So, it serves your best interest to dry out your wood entirely before storing it in your shed.

Also, adding a few pieces of damp wood would draw rats to the rest of your wood pile.

4. Do Not Stock Up on Wood Indoors

Do Not Stock Up On Wood Indoors

It’s okay to take the occasional handful indoors and leave them in any corner designed for that purpose. But storing large amounts or hefty wood piles is a no-no.

You could accidentally carry in a small rat or other pests. Storing wood piles at least 20 feet from your home would be best.

5. Apply Rat Repellents

Apply Rat Repellents (Chili Pepper Powder)

It is perfectly safe to apply rat-repellent oils to your wood. It is probably the most effective to keep rats as far away as possible from wood piles.

Peppermint oil, garlic, cloves, citronella oil, and chili pepper powder are all great options.

One of the great things about this method is that you are not applying any flammable substances. So you do not risk unintentionally adding fuel to your living room fire.

You could also plant any of these plants close to your woodshed. The smell would discourage rats from coming near, let alone making a nest in a woodpile.

6. Remove Access to Food and Water

Remove Access To Food And Water

Rats choose their shelter based on how close they can access food.

If your storage unit also contains things that rats can eat or containers that hold water, they may be encouraged to linger around your wood.

So, restrict your wood shed or makeshift store to wood piles only. It will be safe if rats do not find other reasons to hang around your wood.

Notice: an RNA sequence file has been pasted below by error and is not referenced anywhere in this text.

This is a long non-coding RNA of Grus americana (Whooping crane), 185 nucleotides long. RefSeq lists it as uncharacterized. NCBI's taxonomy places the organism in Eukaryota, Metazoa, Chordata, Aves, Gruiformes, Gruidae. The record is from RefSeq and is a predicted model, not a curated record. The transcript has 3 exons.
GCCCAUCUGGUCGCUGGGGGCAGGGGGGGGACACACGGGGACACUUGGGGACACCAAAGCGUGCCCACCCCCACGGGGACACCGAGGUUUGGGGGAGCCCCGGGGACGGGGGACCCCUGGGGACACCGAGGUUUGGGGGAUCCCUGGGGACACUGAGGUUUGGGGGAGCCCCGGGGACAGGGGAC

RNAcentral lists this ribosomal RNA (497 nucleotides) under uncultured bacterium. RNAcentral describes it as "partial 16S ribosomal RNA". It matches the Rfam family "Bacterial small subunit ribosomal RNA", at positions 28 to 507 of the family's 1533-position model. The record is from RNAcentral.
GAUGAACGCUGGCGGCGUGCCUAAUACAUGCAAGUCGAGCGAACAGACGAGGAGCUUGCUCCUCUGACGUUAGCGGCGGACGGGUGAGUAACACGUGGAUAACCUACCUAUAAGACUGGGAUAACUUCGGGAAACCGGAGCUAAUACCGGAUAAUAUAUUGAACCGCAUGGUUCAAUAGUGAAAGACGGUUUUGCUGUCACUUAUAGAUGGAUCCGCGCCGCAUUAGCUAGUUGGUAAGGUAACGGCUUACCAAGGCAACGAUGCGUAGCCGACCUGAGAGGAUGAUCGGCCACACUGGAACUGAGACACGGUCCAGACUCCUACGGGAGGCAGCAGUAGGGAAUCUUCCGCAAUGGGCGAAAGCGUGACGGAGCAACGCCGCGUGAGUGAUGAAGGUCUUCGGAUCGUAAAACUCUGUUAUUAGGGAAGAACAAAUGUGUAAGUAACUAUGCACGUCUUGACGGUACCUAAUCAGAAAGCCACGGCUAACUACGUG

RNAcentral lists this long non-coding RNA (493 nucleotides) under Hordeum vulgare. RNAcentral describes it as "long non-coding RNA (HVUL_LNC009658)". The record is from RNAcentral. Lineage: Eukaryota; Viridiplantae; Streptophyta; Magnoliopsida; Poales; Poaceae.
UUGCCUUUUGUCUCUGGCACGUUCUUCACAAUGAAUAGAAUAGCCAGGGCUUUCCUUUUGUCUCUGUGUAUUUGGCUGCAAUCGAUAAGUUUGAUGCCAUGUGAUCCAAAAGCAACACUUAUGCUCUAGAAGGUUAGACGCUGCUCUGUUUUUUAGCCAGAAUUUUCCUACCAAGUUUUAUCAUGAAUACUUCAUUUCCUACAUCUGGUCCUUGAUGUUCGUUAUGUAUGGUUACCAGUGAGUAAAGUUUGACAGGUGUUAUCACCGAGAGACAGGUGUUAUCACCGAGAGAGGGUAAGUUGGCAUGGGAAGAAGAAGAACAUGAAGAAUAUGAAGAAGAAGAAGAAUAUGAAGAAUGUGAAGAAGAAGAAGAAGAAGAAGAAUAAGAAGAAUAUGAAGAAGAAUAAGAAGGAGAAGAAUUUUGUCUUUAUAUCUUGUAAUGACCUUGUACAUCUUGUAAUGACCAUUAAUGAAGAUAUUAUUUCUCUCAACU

Rats like to live undisturbed. So if the wood pile is shaken up frequently, they won’t be comfortable enough to hide out there.

With these tips, you can preserve your wood from damage that rats could cause and prevent them from sneaking into your building.

It’s best always to keep an eye out when bringing wood stored outside into your home.

Frequently Asked Questions

Does Wood Attract Rats?

Yes, wood attracts rats, especially when it is stacked or abandoned. Rats can choose to hide behind or even live inside wood piles.

It creates an environment that shelters them from harsh weather. More importantly, if the wood is stacked near the entrances in your home, rats can hide behind them and run into your house at any chance.

Discarded furniture, such as chairs, tables, and wooden cupboards, can attract rats. It’s not the wood that draws them in but what its presence can offer them.

Can Rats Chew Through Hardwood?

Rats are destructive creatures who have been found to chew through soft metals. So, they can gnaw into hardwood if they have reasons to do so.

For instance, if you store food items with heavy aromas behind or close to such wood, rats chew to reach the food.

Their teeth are pretty strong and sharp. They have been known to eat baseboards and flooring.

Rats may also chew hardwood to make more room for themselves, especially if there are already holes in the area.

Leave a Comment

Your email address will not be published. Required fields are marked *